That "near" is relative, since the technology wont make its way into the market until late 2006 with the release of Windows Longhorn. In the past, Microsoft had told partners that it was planning to provide some form of document-management capability in its next-generation operating system.
However, the exact implementation was unclear, as Longhorns feature set kept slipping. At WinHEC (Windows Hardware Engineering Conference), hardware developers—that is, printer manufacturers—discovered that the architecture code-named Metro was the solution.
However, Microsoft officials in Seattle denied that the company is taking aim at Adobe with Metro.
"One aspect of what were addressing with Metro is fixed document format, which happens to be tied into [Longhorns presentation subsystem] Avalon and XAML [Avalons XML Applied Markup Language]," Microsofts lead product manager for Windows, Greg Sullivan, explained to Microsoft Watch.
The Metro architecture certainly will provide a number of features associated with PDF and Adobes PostScript page-rasterizing engine, including screen-to-printer fidelity of images and text. From the report, Microsoft officials look to get printer manufacturers writing new controllers that will be optimized for the architecture.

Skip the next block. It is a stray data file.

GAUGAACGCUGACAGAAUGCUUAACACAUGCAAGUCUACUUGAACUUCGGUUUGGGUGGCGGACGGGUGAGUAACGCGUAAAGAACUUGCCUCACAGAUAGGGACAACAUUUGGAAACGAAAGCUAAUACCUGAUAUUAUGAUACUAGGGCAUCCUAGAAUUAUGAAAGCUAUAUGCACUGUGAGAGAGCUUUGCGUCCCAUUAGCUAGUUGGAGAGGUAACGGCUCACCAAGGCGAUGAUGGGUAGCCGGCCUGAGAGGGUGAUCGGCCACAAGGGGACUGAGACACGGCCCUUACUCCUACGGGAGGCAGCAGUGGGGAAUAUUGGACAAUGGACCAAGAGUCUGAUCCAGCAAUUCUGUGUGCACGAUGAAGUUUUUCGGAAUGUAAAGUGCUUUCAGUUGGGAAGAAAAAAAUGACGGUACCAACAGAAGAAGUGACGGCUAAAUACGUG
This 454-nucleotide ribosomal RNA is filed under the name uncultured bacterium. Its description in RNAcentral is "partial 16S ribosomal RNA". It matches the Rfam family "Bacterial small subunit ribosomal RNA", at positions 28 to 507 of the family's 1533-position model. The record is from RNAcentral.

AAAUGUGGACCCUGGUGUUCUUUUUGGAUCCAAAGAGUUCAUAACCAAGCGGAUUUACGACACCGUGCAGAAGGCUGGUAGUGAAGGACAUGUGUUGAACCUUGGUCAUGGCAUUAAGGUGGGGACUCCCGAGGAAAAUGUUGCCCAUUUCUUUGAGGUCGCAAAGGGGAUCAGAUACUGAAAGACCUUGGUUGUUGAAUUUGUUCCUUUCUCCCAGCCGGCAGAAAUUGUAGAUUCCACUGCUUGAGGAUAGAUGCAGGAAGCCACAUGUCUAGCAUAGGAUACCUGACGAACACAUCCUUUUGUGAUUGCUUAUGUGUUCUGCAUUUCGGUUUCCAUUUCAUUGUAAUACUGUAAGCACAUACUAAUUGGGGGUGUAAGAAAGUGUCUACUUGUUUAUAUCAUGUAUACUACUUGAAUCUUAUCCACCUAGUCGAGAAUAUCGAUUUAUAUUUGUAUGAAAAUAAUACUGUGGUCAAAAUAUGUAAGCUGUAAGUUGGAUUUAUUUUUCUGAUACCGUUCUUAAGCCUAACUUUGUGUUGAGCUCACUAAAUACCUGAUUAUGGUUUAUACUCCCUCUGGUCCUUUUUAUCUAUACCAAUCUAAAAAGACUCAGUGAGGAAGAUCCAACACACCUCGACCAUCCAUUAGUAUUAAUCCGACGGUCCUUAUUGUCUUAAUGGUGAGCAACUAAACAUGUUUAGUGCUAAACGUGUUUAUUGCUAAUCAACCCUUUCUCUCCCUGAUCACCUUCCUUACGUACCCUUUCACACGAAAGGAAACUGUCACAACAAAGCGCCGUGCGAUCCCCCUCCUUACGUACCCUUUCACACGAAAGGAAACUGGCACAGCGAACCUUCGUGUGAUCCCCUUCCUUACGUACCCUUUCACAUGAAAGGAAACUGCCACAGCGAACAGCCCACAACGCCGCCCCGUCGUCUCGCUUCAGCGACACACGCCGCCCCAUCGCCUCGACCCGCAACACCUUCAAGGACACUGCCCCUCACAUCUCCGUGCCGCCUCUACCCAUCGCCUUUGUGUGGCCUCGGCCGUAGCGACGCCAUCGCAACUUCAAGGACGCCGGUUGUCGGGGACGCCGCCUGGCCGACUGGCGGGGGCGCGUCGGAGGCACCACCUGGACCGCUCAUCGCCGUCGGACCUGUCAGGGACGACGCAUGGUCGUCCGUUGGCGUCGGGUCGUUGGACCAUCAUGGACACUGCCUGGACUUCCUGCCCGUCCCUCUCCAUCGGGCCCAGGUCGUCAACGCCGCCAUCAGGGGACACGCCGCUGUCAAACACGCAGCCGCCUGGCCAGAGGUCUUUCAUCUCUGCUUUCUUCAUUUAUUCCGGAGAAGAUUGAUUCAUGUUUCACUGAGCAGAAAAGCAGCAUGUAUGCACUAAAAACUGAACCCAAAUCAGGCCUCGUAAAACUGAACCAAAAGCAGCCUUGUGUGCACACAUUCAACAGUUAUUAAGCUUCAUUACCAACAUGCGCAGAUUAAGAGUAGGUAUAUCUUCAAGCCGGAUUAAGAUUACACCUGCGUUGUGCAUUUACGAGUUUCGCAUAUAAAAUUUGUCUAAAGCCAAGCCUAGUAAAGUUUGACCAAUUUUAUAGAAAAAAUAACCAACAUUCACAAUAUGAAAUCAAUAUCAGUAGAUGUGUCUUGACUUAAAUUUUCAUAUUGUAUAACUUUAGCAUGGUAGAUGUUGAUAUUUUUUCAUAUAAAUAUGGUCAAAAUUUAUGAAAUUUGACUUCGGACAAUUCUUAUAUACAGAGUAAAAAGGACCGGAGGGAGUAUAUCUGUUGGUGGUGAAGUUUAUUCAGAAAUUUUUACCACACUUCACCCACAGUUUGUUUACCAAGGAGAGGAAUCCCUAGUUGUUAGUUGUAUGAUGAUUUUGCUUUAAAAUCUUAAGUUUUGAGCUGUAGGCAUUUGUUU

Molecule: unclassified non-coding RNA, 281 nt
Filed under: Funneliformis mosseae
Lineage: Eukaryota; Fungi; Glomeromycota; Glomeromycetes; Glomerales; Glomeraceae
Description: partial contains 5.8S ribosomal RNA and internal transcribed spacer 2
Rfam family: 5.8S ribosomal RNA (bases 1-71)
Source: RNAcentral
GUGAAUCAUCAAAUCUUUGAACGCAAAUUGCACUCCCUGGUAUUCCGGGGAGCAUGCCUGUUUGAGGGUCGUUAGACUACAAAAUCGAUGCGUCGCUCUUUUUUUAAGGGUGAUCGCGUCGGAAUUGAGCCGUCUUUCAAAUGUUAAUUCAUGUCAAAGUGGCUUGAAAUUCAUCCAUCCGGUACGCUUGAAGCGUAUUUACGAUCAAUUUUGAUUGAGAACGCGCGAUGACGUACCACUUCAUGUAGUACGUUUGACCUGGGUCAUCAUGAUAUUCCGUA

But good luck to companies seeking success meeting the "high-fidelity needs of the digital imaging marketplace" with the technology, as expressed in a statement by RIP (raster-image processor) vendor Global Graphics SA at WinHEC. The company demonstrated a native RIP for Metro.
PDF and PostScript are more than technologies. Rather, they are longstanding content software platforms used by professional content creators, publishers as well as enterprise and consumers.
Look at your network printer: It likely sports a PostScript interpreter. PDF is the foundation of many professional publishing workflows and it even forms the graphic underpinnings of the Quartz Extreme graphics engine used in Apples OS X, including the "Tiger" release due at the end of the week.
So, Microsoft may have to wait until Metro printing gains traction with customers before printer vendors will be willing to spend the resources needed for new printer controllers.
After all, the older GDI printing code will work, just more slowly, perhaps. And manufacturers could be wary given the recent history of Longhorn changes and Microsofts sometimes hot-and-cold support for peripheral technologies.